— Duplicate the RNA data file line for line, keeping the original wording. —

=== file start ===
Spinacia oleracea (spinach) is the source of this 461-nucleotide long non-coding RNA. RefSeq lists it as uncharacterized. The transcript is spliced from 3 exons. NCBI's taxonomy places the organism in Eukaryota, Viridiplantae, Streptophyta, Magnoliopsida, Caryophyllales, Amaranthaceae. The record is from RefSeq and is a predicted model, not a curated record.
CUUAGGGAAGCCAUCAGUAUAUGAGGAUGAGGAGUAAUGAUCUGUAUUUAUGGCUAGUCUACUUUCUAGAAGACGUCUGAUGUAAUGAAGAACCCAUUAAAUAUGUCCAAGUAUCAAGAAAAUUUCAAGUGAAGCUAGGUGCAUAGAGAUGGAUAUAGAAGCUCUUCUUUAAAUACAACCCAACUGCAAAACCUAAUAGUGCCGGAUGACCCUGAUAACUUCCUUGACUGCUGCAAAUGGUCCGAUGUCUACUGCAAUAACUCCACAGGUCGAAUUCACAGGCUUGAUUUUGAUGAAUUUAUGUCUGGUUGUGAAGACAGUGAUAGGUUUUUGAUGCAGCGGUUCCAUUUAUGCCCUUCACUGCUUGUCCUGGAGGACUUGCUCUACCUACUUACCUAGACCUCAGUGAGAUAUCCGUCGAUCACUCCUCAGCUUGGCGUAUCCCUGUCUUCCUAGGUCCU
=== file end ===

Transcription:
Spinacia oleracea (spinach) is the source of this 461-nucleotide long non-coding RNA. RefSeq lists it as uncharacterized. The transcript is spliced from 3 exons. NCBI's taxonomy places the organism in Eukaryota, Viridiplantae, Streptophyta, Magnoliopsida, Caryophyllales, Amaranthaceae. The record is from RefSeq and is a predicted model, not a curated record.
CUUAGGGAAGCCAUCAGUAUAUGAGGAUGAGGAGUAAUGAUCUGUAUUUAUGGCUAGUCUACUUUCUAGAAGACGUCUGAUGUAAUGAAGAACCCAUUAAAUAUGUCCAAGUAUCAAGAAAAUUUCAAGUGAAGCUAGGUGCAUAGAGAUGGAUAUAGAAGCUCUUCUUUAAAUACAACCCAACUGCAAAACCUAAUAGUGCCGGAUGACCCUGAUAACUUCCUUGACUGCUGCAAAUGGUCCGAUGUCUACUGCAAUAACUCCACAGGUCGAAUUCACAGGCUUGAUUUUGAUGAAUUUAUGUCUGGUUGUGAAGACAGUGAUAGGUUUUUGAUGCAGCGGUUCCAUUUAUGCCCUUCACUGCUUGUCCUGGAGGACUUGCUCUACCUACUUACCUAGACCUCAGUGAGAUAUCCGUCGAUCACUCCUCAGCUUGGCGUAUCCCUGUCUUCCUAGGUCCU